Symptoms of Food Allergies

There are many different symptoms of food allergies.

When talking about food allergies many people think of the classic case of a child allergic to peanuts.  She can’t taste, touch, or even smell a peanut or else she will go into anaphylactic shock. Her throat will begin to close and she will have trouble breathing. Hopefully someone finds her epi-pen and correctly administer it, at which point she immediately recovers and is absolutely fine.

The reality is, although a peanut allergy can be extremely serious and the story above has happened before to peanut allergic children, there are many other less dramatic symptoms of FAs.

A peanut allergy is one of the few allergies that lead to anaphylactic shock. There are many other signs of food allergies that are not as serious or obvious, making them easier to handle but more difficult to identify.

The reality is, although a peanut allergy can be extremely serious and the story above has happened before to peanut allergic children, there are many other less dramatic symptoms of FAs.

A peanut allergy is one of the few allergies that lead to anaphylactic shock. There are many other signs of food allergies that are not as serious or obvious, making them easier to handle but more difficult to identify.

Other symptoms of food allergies include: 

  • Hives
  • Nausea and Vomiting
  • Eczema
  • Diarrhea
  • Sleep disturbances
  • Coughing
  • Swelling of the throat
  • Nasal congestion
  • Sneezing
  • Conjunctivitis
  • Asthma

The problem with some symptoms of food allergies are that they may occur 3 days after the offending food is eaten. Because of this many people don’t make the connection and continue to eat the food, accepting the symptom as normal or attributing them to a different reason.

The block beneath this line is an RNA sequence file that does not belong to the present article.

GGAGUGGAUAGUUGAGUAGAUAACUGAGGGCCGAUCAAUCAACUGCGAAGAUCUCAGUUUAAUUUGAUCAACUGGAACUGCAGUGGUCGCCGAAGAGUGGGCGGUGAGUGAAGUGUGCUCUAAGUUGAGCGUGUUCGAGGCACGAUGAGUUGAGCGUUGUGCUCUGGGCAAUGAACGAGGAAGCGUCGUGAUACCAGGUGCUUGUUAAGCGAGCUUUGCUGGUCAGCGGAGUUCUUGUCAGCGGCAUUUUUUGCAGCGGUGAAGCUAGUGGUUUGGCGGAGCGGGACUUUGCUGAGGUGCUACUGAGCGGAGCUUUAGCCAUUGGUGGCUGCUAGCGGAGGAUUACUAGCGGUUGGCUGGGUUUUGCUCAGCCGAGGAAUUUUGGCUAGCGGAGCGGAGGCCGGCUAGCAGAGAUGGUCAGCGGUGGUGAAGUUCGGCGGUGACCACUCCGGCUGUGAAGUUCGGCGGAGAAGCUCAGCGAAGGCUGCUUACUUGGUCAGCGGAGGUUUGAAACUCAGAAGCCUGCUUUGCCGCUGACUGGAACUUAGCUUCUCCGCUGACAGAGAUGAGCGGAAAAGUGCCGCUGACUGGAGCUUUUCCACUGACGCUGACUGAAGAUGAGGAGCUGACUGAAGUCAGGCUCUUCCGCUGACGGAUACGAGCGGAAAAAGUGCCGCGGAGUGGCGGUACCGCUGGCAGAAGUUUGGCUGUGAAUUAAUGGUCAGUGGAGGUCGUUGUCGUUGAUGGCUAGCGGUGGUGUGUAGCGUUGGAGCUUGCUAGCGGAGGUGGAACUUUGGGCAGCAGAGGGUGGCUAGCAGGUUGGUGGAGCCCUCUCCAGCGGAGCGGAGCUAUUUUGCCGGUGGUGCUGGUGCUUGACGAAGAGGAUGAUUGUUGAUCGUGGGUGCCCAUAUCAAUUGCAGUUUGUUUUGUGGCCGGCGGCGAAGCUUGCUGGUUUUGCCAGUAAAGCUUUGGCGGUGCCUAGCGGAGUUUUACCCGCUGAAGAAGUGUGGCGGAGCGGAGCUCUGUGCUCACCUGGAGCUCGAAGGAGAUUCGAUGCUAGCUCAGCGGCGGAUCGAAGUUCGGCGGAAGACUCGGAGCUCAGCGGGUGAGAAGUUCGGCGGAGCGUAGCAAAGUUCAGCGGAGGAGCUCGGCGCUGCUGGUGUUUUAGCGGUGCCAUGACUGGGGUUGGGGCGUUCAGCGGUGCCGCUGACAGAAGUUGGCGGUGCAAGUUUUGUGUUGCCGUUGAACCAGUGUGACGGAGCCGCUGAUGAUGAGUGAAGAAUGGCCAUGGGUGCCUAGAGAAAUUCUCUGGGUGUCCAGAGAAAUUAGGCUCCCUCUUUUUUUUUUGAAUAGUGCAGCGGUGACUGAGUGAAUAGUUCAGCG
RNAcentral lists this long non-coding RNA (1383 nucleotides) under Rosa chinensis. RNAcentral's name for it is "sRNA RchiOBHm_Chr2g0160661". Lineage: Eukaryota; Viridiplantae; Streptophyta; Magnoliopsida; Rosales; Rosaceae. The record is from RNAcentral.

If your child has these symptoms and you suspect food may be the culprit, begin a food diary to record what, when and how much she’s eating as well as the symptoms and when they occur. Once you have done this a week or so look for patterns and see which food you think is the problem.

The problem with some symptoms of food allergies are that they may occur 3 days after the offending food is eaten. Because of this many people don’t make the connection and continue to eat the food, accepting the symptom as normal or attributing them to a different reason.

If your child has these symptoms and you suspect food may be the culprit, begin a food diary to record what, when and how much she’s eating as well as the symptoms and when they occur. Once you have done this a week or so look for patterns and see which food you think is the problem.

Of course you can also have your child tested for food allergies, and this is also a recommended course of action if you suspect allergies, but it’s also a good idea to keep the food symptom diary anyway. Food allergy tests may yield false negatives, and bringing a food diary to your child’s allergist can help him figure out which foods may be a problem as well.

There are many different symptoms of FAs. Some of them are not obvious and it may not always be clear which food is the culprit. With a little work and observation however, you should be able to correctly identify which foods your child is allergic.